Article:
I'm back from Context 27 and it was a great time. Steven Saus and Lucy Snyder did an excellent job of Programming and Workshops. My audiences were engaged, inquisitive, and eager to learn. That's ideal for workshops. I'm so pleased that many of my students thanked me after my workshops and panels were done.
Betsy Mitchell was wonderful to talk to and Jonathan Maberry was a joy to meet. He really is that awesome. I finally got to go to an Apex party and taste Jason's "red stuff" and "purple stuff." The Apex parties legend for a reason. Geoffrey Girard was part of it with his Cain's Blood (too tasty for safety for me).
Context 27 really was a good conference. If you are looking for an intimate, informative writing convention, Context is a good choice.
And now for the great, big shock...
I spent a lot of time talking with the convention attendees. One guy, RR, dropped this little factoid on me. He has 6 completed genre novels but he is afraid to send them out because, according to his writing professors at Purdue... “If your first novel is not the 'great American novel' you will never have a writing career.”
When I was told this, and it was confirmed by another student from Purdue, I was aghast and outraged. Every single publishing professional I told about this was just as shocked and angry as I was. “If your first novel isn't a Great American Novel, you will never have a writing career.”? This is so wrong as to be farce. At best, it is pure ignorance. At worst, it is pure maliciousness. Either way, it sounds like the Purdue English department (or some of its professors) are so out of date and out of touch with the publishing industry as to be a detriment to its student body and need a refresher course themselves.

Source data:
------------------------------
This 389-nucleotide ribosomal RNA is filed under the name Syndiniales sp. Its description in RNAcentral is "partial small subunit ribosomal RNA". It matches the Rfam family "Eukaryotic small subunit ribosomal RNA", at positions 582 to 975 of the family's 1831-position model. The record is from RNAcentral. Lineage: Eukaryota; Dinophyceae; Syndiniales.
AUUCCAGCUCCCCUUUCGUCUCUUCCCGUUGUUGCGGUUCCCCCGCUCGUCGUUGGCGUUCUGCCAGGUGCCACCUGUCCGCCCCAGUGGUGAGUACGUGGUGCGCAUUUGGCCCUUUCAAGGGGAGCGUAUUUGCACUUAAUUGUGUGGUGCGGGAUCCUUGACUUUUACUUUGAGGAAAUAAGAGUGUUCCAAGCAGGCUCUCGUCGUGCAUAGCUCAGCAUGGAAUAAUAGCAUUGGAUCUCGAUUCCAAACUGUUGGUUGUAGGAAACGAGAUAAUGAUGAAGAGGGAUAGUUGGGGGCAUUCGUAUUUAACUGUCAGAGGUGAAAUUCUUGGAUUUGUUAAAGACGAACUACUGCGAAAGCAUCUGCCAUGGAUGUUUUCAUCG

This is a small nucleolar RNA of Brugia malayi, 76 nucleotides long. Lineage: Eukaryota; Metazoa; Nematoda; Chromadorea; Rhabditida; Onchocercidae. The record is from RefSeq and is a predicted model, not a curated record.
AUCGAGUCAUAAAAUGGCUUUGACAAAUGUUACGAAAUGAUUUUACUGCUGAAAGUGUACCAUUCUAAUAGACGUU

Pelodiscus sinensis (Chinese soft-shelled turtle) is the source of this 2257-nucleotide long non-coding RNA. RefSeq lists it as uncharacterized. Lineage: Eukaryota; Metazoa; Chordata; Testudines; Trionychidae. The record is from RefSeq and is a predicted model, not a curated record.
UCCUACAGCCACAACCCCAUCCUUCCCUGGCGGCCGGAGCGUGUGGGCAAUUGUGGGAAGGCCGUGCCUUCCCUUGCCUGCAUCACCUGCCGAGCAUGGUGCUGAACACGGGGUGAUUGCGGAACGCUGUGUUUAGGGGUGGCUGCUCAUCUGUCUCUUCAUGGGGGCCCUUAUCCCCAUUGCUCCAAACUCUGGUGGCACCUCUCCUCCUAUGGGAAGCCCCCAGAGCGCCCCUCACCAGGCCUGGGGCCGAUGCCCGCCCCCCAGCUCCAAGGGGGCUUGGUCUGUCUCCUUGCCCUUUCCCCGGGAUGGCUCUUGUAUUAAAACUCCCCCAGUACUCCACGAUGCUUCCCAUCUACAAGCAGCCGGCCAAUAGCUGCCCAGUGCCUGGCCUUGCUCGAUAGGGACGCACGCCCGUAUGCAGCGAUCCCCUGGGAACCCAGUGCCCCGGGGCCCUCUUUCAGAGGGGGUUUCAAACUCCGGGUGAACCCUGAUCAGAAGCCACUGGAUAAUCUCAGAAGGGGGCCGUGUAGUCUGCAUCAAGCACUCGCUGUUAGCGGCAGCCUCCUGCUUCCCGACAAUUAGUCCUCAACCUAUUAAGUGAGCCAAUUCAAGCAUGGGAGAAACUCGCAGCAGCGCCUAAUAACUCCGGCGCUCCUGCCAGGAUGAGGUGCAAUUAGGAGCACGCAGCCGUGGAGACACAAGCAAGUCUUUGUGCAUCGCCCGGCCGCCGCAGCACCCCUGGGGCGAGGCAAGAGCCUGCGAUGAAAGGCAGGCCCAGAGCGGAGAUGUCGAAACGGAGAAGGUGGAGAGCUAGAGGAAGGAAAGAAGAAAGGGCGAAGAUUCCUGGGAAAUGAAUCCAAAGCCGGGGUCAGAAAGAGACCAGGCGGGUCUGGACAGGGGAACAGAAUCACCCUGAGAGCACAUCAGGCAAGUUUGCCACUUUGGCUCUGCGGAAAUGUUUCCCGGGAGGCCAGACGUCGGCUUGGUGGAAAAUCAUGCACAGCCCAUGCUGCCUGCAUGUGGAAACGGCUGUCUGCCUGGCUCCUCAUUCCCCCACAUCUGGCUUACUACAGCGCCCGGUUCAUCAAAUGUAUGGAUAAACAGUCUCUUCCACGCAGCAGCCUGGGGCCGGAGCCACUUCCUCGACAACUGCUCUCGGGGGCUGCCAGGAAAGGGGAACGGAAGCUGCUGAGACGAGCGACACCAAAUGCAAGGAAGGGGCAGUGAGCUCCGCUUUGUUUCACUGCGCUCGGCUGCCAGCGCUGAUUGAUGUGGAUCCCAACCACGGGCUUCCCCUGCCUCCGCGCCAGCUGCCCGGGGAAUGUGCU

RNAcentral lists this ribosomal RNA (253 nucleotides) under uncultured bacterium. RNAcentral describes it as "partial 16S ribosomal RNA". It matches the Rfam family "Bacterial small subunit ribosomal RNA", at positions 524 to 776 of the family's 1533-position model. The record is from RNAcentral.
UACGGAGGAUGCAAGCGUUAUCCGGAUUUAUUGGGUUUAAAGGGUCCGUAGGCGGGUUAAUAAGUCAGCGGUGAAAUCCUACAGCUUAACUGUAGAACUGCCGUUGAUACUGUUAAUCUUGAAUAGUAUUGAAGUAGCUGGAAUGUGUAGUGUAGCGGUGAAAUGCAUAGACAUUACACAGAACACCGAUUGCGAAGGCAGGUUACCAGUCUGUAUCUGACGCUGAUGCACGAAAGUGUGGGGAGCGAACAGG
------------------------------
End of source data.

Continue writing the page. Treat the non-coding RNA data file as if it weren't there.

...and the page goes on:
This is one of the most exciting times in the history of publishing. There are so many avenues to take, so many opportunities to be a success as a writer. Your first novel tank? Try again. Use a pseudonym if you need to. Investigate traditional press, small press, self publishing, crowd funding, and anything else that comes up. (Except for vanity presses. Those guys are scammers.)
Good gracious, things are changing so fast and there are so many ways to get your words out there. Don't say a writer will never succeed if they don't succeed with their first novel. That’s just dumb.
You have to get your novels out there. It's the only way to learn and grow as an author. You have to fail, to only partially or fully succeed, to go through the submission process, dealing with contracts, dealing with revision and rewrites, to work to a publishing house schedule. You have to get out there and learn by doing. It is this process that makes you a better writer and a professional. Until you do, you can't understand what is expected.
And another thing, Purdue...
While talking to RR and the other student, I noticed something. Anytime they spoke about themselves or their writing, their shoulders hunched in anticipation of pain. Both of them marveled at just how much the publishing industry professionals, and the other convention members, were positive, helpful, and supportive. How much they worked to help each other to advise, or direct each other to needed resources.
Apparently, at Purdue, the writing students are mentally and emotionally beaten about the head and shoulders and told how much the publishing industry is all about competition. When the idea of being supportive and collaborative is foreign, there is something wrong.
Almost every successful writer got advice as they emerged. They learned, grew, and were support as a writer by other writers. Mentorship is not an extinct concept. Don't teach that it is. One author does not need to fail in order for another to succeed. Publishing does not work like that. And no, it's not all roses and sunshine. For that point of view, read Chuck Wendig's Tough Talk post. But still. Your students shouldn't walk around wincing like a veteran with PTSD.